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PC Magazine

PC Magazine May 2017

PC Magazine provides lab-tested reviews, detailed tips and how-tos, insightful feature stories, expert commentary, and the latest tech trends to help you at work, at home, and on the road. And for a limited time, we're offering a copy of Breakout: How Atari 8-Bit Computers Defined a Generation with new subscriptions. This brand-new book is all about what made Atari's computers great: excellent graphics and sound, flexible programming environment, and wide support.

Pays:
United States
Langue:
English
Éditeur:
Ziff Davis
Fréquence:
Monthly
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2 min.
need a little help?

This month’s cover story has been a long time in the making. I first started covering assistive technology back in the 1990s at Computer Shopper, the 1,000-plus-page bible for direct PC sales. The topic was important to me, so I snuck coverage into the advertising-heavy magazine’s voluminous back pages. Since then, though, the definition of assistive technology has changed a lot. The voice-driven interfaces that were a pipe dream in the 1990s, for instance, are now built into smartphones that are given away for free with a two-year service contract. And new challenges have emerged, too: Touch-centered interfaces are wonderful, but they are distinctly unhelpful to the blind. Our May cover story shows how far we have come—and how far we have yet to go. One of the technologies discussed in the story is…

2 min.
do robots and ai deserve rights?

For me, when AI [artificial intelligence] is sufficient and able to think for itself, then yes, it will deserve rights. We have human beings walking around with artificial or transplanted organs and that number will only grow as our medical knowledge grows. Will these people be considered less than human? —Ronnie Volkert Always remember: No matter how clever computers might seem to you, they are nothing more than glorified shovels. —ModerateExtremist A sufficiently advanced AI should have just as many rights as a human. The brain is essentially just an advanced biological computer. There is nothing magical that separates us from a theoretical conscious machine; we’re not more special just because we’re made of flesh. The brain is just as much a machine as any. The fear and ignorance in this comment section is…

3 min.
elon musk wants to implant an ai interface in your brain

Elon Musk has had another bright idea. Nobody can accuse Mr. Musk of a lack of intellectual diversity in his pursuits, which have ranged from glitzy solar roof tiles to cartoonishly fast cars, colonizing other planets, and domestic energy infrastructure. He’s someone who thinks in the future tense. And he clearly believes that AI is the future. As AI advances, humans will have to find a comfortable coexistence with machines that learn or risk winding up as “house cats” to intelligence beyond ours. Toward that goal, and with a happy side effect of therapeutic benefits for certain brain disorders, Elon Musk has been funding a company called Neuralink that wants to implant an AI interface in your brain. The company is currently working with syringe-injectable, flexible, sub-micron-thickness substrates (note the regular grid…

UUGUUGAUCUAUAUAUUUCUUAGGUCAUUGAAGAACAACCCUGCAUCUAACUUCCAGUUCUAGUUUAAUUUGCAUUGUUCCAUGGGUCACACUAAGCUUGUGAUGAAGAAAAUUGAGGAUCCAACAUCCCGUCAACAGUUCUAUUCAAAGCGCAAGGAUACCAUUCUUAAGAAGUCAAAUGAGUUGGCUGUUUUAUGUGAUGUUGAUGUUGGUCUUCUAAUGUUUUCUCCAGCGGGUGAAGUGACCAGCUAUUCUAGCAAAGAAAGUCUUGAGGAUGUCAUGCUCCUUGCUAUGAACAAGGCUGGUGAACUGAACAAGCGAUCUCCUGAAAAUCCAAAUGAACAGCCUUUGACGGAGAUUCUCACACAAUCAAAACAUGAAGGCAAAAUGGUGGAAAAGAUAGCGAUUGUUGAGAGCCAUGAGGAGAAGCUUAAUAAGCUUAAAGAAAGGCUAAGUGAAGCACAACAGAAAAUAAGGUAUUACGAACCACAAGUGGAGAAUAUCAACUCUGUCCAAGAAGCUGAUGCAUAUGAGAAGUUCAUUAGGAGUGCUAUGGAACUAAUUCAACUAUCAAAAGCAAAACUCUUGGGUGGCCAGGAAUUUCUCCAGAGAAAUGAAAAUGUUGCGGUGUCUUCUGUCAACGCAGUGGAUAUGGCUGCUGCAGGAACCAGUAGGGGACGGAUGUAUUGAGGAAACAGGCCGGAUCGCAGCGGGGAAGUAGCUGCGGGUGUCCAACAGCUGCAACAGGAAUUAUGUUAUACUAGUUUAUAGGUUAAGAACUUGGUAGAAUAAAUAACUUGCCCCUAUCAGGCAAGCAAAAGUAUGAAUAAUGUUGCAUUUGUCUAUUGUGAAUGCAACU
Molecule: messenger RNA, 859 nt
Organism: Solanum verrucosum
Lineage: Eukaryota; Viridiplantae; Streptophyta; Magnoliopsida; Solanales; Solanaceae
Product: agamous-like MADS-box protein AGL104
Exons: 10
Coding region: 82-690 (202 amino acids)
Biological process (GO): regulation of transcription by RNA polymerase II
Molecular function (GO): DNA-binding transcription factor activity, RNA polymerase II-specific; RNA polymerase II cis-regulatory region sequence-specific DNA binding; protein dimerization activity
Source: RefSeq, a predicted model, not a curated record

3 min.
the coolest features in windows 10 creators update

Windows 10 is now considered by Microsoft to be a service. What that means is that the OS is continually updated with new features and fixes in small increments (such as the redesigned Photos app—see our review in this issue) and big releases. The Creators Update is the latest big one, and it starts rolling out to Windows 10 users for free on April 11. The previous major release, Anniversary Update, fine-tuned the interface and added features including Digital Ink input, more Windows Hello secure authentication possibilities, and Cortana interaction from the lock screen. This time, Creators Update does add one very creator-specific tool—the new Paint 3D—but much of what’s new concerns gaming and the web browser. Read on for all the most interesting new things in Windows 10. MORE GAMING FEATURES Some of…

1 min.
microsoft teases new minecraft marketplace, currency

Microsoft’s Minecraft game is getting a new marketplace and its own currency. With the launch of the Minecraft Marketplace, businesses will—for the first time—be able to sell their original content to players within the game. Arriving this spring, the Marketplace will be packed with “amazing adventure maps, texture packs, minigames,” and other goodies available for purchase, all accessible across devices via Xbox Live. “Unlock new avatar skins, change your world or explore incredible new maps from a community with unlimited imagination,” Microsoft said in a statement. The software giant is already working with several businesses to populate Marketplace but said anyone with a registered business can apply. “The idea is to give Minecraft creators another way to make a living from the game, allowing them to support themselves in the creation of…

3 min.
iot botnet mirai now forces smart appliances to mine bitcoin

Earlier this year, I declared the Internet of Things had officially hit peak stupid, courtesy of a new smart toaster being shown at CES. I should have known better. What’s even more useless than a smart toaster? A smart toaster that’s been hacked to mine Bitcoin. This is a concept as incomprehensible as it is stupid. Seven years ago, mining bitcoins on CPUs was totally a thing people did. Six years ago, GPUs such as AMD’s HD 5000 series were tearing up the hash charts. Four to five years ago, you could still earn some money mining on GPUs, but the specter of custom-built ASICs was rising, and those offer performance benefits no GPU could compete with. According to IBM’s X-Force initiative, there was a brief spike in a specific variant of…